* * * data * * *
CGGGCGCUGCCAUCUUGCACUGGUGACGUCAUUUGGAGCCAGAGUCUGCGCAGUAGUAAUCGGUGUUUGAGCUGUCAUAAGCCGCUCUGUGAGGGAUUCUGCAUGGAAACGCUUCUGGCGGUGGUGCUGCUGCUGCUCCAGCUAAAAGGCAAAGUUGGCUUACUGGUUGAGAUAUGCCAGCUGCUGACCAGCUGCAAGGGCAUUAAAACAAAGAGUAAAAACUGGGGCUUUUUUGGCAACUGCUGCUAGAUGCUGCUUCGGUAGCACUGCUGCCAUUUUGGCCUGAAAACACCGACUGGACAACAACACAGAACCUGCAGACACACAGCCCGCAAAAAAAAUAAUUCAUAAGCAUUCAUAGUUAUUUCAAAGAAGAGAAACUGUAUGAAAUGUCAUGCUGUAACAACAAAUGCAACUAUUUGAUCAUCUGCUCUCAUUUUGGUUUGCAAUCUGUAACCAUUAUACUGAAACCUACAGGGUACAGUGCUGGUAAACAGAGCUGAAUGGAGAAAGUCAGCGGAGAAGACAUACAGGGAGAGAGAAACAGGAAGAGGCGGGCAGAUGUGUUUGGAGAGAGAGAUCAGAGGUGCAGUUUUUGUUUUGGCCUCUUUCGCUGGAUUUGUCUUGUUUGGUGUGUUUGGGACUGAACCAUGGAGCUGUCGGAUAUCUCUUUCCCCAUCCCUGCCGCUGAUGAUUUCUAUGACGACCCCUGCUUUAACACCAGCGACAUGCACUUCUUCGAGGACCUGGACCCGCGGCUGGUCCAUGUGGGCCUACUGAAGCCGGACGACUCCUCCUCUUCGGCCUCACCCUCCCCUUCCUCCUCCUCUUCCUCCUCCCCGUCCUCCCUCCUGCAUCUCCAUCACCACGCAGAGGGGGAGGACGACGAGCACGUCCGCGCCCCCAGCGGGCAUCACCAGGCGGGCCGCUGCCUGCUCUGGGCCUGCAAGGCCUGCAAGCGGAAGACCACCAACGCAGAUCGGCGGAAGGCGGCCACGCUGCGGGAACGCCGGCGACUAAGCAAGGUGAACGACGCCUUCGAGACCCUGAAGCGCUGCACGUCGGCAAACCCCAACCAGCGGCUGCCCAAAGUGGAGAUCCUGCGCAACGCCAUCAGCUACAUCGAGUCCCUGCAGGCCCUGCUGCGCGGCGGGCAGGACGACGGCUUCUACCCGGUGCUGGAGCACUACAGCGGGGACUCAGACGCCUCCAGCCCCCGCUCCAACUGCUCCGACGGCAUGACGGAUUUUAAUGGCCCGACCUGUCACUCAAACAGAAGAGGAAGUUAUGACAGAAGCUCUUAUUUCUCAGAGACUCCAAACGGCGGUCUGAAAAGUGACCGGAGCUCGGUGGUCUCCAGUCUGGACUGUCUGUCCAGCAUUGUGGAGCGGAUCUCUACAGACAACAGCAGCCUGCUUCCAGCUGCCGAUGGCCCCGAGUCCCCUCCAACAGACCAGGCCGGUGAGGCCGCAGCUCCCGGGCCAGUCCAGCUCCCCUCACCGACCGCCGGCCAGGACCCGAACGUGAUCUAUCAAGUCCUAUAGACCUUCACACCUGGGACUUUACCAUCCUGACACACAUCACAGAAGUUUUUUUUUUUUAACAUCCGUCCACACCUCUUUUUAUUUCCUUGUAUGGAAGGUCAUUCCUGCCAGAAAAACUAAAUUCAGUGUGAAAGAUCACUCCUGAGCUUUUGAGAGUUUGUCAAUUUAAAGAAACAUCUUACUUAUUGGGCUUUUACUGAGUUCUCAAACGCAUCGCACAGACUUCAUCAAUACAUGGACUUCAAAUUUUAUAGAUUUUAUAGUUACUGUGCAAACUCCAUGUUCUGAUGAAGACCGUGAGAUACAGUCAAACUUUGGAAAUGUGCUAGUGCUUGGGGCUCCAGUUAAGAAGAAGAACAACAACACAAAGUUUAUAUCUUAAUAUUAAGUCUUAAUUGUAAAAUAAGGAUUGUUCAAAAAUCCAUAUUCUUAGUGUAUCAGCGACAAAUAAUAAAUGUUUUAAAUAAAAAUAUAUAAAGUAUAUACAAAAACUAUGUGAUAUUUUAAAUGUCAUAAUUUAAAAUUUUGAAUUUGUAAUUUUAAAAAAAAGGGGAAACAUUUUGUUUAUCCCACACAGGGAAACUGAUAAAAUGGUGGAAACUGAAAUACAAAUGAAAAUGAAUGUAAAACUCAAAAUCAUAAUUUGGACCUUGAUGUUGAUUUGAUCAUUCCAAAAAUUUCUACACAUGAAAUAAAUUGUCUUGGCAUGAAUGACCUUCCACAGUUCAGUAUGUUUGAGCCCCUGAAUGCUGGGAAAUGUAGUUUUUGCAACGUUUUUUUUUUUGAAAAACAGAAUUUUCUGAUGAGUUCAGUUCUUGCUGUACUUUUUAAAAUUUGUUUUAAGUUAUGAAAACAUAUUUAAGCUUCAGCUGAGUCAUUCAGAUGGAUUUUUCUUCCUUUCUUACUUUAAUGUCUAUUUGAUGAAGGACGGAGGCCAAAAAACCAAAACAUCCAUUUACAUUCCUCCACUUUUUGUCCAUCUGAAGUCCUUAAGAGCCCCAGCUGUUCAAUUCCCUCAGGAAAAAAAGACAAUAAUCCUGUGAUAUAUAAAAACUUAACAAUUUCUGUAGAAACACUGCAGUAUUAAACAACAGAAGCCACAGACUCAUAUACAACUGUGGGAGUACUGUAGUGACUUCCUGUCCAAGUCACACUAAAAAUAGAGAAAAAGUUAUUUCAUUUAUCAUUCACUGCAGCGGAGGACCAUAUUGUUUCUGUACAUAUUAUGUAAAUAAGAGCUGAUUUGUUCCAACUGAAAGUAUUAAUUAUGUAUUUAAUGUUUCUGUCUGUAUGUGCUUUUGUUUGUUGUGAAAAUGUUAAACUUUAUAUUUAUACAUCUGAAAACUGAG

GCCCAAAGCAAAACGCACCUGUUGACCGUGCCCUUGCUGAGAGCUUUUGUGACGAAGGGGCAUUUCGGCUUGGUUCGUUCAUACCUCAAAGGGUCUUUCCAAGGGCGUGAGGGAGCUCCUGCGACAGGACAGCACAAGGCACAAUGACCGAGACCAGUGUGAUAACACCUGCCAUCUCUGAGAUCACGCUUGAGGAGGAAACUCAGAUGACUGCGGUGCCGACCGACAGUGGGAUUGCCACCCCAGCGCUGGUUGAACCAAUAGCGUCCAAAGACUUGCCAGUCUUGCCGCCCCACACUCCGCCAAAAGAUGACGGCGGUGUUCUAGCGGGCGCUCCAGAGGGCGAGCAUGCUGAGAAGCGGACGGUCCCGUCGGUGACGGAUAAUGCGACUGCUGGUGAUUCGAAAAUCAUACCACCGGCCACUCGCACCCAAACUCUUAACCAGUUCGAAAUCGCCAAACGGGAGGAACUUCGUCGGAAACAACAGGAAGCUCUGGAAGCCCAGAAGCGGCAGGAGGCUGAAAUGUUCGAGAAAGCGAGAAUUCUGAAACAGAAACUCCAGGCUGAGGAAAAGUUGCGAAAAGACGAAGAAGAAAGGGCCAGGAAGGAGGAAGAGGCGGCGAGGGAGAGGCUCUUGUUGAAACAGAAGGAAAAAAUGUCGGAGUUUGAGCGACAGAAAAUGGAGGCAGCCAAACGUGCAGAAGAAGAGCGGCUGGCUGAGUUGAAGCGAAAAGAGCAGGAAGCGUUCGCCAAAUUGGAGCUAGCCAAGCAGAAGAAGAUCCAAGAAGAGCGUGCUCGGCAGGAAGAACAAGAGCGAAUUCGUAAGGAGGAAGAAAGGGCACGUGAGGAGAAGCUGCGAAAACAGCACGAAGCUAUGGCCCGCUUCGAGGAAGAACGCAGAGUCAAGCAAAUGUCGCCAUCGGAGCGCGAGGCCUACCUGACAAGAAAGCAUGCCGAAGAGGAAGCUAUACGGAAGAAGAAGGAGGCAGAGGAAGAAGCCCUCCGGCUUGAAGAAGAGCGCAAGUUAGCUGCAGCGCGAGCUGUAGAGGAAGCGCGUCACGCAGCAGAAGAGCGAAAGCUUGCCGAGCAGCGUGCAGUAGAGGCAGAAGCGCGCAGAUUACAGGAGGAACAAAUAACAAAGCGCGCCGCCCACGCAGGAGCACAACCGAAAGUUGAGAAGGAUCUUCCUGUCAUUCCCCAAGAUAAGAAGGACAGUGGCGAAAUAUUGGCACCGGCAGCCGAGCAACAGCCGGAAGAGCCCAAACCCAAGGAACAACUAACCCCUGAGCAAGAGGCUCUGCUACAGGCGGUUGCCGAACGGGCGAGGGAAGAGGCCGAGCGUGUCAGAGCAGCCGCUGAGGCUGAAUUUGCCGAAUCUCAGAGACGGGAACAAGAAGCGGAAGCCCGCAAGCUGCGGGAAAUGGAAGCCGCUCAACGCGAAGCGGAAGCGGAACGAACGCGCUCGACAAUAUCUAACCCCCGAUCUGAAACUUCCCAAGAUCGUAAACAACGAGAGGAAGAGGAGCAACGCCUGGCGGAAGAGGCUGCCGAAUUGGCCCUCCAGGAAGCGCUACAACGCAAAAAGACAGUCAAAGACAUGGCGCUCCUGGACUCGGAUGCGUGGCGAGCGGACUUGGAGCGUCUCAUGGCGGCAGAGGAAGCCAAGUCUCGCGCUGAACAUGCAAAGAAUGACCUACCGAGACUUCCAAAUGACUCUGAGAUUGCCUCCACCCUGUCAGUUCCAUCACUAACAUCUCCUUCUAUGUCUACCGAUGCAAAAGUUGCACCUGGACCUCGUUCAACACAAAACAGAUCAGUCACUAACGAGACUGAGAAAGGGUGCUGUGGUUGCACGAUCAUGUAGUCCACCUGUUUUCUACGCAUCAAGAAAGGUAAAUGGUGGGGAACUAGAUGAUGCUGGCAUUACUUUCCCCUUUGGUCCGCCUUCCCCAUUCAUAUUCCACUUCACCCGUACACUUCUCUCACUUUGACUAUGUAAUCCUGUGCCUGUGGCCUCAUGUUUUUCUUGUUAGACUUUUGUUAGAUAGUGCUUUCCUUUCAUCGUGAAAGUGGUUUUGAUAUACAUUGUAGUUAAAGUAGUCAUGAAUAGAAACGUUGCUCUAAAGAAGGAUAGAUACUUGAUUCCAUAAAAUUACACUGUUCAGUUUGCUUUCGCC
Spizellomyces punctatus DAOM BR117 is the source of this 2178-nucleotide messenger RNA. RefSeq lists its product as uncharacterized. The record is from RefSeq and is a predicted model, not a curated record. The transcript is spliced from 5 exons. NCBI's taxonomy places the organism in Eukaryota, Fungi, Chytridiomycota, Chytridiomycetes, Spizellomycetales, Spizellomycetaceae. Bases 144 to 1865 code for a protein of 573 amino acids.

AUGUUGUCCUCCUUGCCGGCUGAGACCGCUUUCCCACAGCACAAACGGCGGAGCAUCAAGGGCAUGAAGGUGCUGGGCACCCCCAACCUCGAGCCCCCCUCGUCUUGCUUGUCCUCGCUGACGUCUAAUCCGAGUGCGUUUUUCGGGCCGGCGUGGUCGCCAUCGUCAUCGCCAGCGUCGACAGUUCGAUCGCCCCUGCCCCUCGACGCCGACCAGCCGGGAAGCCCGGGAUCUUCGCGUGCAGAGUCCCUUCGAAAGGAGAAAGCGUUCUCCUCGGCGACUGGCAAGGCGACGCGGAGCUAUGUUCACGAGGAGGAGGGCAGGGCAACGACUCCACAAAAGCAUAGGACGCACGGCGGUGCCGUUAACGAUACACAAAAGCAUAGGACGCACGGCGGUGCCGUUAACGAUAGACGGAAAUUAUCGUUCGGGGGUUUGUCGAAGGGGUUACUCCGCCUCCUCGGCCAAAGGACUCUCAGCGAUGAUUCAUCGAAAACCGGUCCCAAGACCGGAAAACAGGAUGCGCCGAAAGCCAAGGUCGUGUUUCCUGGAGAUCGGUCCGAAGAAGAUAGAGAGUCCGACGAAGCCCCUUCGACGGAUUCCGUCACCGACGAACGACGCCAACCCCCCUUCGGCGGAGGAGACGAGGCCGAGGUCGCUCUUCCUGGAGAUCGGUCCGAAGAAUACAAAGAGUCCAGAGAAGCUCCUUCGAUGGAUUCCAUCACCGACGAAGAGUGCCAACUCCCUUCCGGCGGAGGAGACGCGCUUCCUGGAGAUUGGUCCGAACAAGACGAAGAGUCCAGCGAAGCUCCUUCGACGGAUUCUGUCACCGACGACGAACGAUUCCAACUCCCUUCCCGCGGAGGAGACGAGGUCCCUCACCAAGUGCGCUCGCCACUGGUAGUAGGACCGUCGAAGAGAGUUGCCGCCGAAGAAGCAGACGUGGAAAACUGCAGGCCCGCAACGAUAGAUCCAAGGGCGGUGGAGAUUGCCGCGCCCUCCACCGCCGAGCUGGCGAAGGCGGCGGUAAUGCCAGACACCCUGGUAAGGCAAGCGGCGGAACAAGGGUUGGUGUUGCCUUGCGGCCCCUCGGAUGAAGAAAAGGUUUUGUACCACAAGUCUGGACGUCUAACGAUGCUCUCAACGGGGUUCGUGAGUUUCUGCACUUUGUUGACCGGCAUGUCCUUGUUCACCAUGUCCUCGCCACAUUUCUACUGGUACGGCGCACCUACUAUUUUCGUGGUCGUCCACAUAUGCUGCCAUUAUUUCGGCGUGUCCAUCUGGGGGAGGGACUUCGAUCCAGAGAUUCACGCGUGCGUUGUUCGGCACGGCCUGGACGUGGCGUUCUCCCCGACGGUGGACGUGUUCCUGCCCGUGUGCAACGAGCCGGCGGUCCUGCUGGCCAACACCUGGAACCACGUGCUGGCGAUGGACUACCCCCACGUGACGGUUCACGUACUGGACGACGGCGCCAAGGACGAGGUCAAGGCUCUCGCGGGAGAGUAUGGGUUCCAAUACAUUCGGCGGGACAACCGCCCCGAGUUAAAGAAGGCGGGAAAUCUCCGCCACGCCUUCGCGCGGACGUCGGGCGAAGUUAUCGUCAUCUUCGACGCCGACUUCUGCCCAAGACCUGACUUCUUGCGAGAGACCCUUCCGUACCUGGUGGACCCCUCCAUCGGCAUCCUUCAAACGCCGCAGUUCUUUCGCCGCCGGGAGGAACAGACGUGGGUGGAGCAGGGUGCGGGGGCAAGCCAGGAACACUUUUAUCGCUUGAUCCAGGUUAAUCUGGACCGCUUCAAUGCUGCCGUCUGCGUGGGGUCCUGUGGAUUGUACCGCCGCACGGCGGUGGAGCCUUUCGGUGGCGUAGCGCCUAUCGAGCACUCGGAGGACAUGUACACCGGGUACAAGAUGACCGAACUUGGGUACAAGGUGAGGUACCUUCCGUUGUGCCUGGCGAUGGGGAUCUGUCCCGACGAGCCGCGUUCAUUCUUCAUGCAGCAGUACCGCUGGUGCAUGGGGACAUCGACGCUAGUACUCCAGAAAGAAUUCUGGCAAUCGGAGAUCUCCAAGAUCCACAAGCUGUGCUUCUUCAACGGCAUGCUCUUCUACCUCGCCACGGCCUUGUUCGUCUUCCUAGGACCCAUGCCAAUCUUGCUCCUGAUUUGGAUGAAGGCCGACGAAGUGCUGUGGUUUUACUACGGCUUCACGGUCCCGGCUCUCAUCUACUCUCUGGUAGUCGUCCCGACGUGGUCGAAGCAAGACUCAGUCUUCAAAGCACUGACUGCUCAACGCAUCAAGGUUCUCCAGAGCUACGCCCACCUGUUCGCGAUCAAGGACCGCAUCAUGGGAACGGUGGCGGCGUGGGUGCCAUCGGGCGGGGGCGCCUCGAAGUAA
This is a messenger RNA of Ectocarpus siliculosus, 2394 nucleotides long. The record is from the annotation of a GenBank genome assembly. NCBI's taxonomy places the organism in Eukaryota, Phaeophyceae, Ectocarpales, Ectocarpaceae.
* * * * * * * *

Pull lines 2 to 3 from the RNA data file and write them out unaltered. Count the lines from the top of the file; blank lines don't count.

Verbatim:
GCCCAAAGCAAAACGCACCUGUUGACCGUGCCCUUGCUGAGAGCUUUUGUGACGAAGGGGCAUUUCGGCUUGGUUCGUUCAUACCUCAAAGGGUCUUUCCAAGGGCGUGAGGGAGCUCCUGCGACAGGACAGCACAAGGCACAAUGACCGAGACCAGUGUGAUAACACCUGCCAUCUCUGAGAUCACGCUUGAGGAGGAAACUCAGAUGACUGCGGUGCCGACCGACAGUGGGAUUGCCACCCCAGCGCUGGUUGAACCAAUAGCGUCCAAAGACUUGCCAGUCUUGCCGCCCCACACUCCGCCAAAAGAUGACGGCGGUGUUCUAGCGGGCGCUCCAGAGGGCGAGCAUGCUGAGAAGCGGACGGUCCCGUCGGUGACGGAUAAUGCGACUGCUGGUGAUUCGAAAAUCAUACCACCGGCCACUCGCACCCAAACUCUUAACCAGUUCGAAAUCGCCAAACGGGAGGAACUUCGUCGGAAACAACAGGAAGCUCUGGAAGCCCAGAAGCGGCAGGAGGCUGAAAUGUUCGAGAAAGCGAGAAUUCUGAAACAGAAACUCCAGGCUGAGGAAAAGUUGCGAAAAGACGAAGAAGAAAGGGCCAGGAAGGAGGAAGAGGCGGCGAGGGAGAGGCUCUUGUUGAAACAGAAGGAAAAAAUGUCGGAGUUUGAGCGACAGAAAAUGGAGGCAGCCAAACGUGCAGAAGAAGAGCGGCUGGCUGAGUUGAAGCGAAAAGAGCAGGAAGCGUUCGCCAAAUUGGAGCUAGCCAAGCAGAAGAAGAUCCAAGAAGAGCGUGCUCGGCAGGAAGAACAAGAGCGAAUUCGUAAGGAGGAAGAAAGGGCACGUGAGGAGAAGCUGCGAAAACAGCACGAAGCUAUGGCCCGCUUCGAGGAAGAACGCAGAGUCAAGCAAAUGUCGCCAUCGGAGCGCGAGGCCUACCUGACAAGAAAGCAUGCCGAAGAGGAAGCUAUACGGAAGAAGAAGGAGGCAGAGGAAGAAGCCCUCCGGCUUGAAGAAGAGCGCAAGUUAGCUGCAGCGCGAGCUGUAGAGGAAGCGCGUCACGCAGCAGAAGAGCGAAAGCUUGCCGAGCAGCGUGCAGUAGAGGCAGAAGCGCGCAGAUUACAGGAGGAACAAAUAACAAAGCGCGCCGCCCACGCAGGAGCACAACCGAAAGUUGAGAAGGAUCUUCCUGUCAUUCCCCAAGAUAAGAAGGACAGUGGCGAAAUAUUGGCACCGGCAGCCGAGCAACAGCCGGAAGAGCCCAAACCCAAGGAACAACUAACCCCUGAGCAAGAGGCUCUGCUACAGGCGGUUGCCGAACGGGCGAGGGAAGAGGCCGAGCGUGUCAGAGCAGCCGCUGAGGCUGAAUUUGCCGAAUCUCAGAGACGGGAACAAGAAGCGGAAGCCCGCAAGCUGCGGGAAAUGGAAGCCGCUCAACGCGAAGCGGAAGCGGAACGAACGCGCUCGACAAUAUCUAACCCCCGAUCUGAAACUUCCCAAGAUCGUAAACAACGAGAGGAAGAGGAGCAACGCCUGGCGGAAGAGGCUGCCGAAUUGGCCCUCCAGGAAGCGCUACAACGCAAAAAGACAGUCAAAGACAUGGCGCUCCUGGACUCGGAUGCGUGGCGAGCGGACUUGGAGCGUCUCAUGGCGGCAGAGGAAGCCAAGUCUCGCGCUGAACAUGCAAAGAAUGACCUACCGAGACUUCCAAAUGACUCUGAGAUUGCCUCCACCCUGUCAGUUCCAUCACUAACAUCUCCUUCUAUGUCUACCGAUGCAAAAGUUGCACCUGGACCUCGUUCAACACAAAACAGAUCAGUCACUAACGAGACUGAGAAAGGGUGCUGUGGUUGCACGAUCAUGUAGUCCACCUGUUUUCUACGCAUCAAGAAAGGUAAAUGGUGGGGAACUAGAUGAUGCUGGCAUUACUUUCCCCUUUGGUCCGCCUUCCCCAUUCAUAUUCCACUUCACCCGUACACUUCUCUCACUUUGACUAUGUAAUCCUGUGCCUGUGGCCUCAUGUUUUUCUUGUUAGACUUUUGUUAGAUAGUGCUUUCCUUUCAUCGUGAAAGUGGUUUUGAUAUACAUUGUAGUUAAAGUAGUCAUGAAUAGAAACGUUGCUCUAAAGAAGGAUAGAUACUUGAUUCCAUAAAAUUACACUGUUCAGUUUGCUUUCGCC
Spizellomyces punctatus DAOM BR117 is the source of this 2178-nucleotide messenger RNA. RefSeq lists its product as uncharacterized. The record is from RefSeq and is a predicted model, not a curated record. The transcript is spliced from 5 exons. NCBI's taxonomy places the organism in Eukaryota, Fungi, Chytridiomycota, Chytridiomycetes, Spizellomycetales, Spizellomycetaceae. Bases 144 to 1865 code for a protein of 573 amino acids.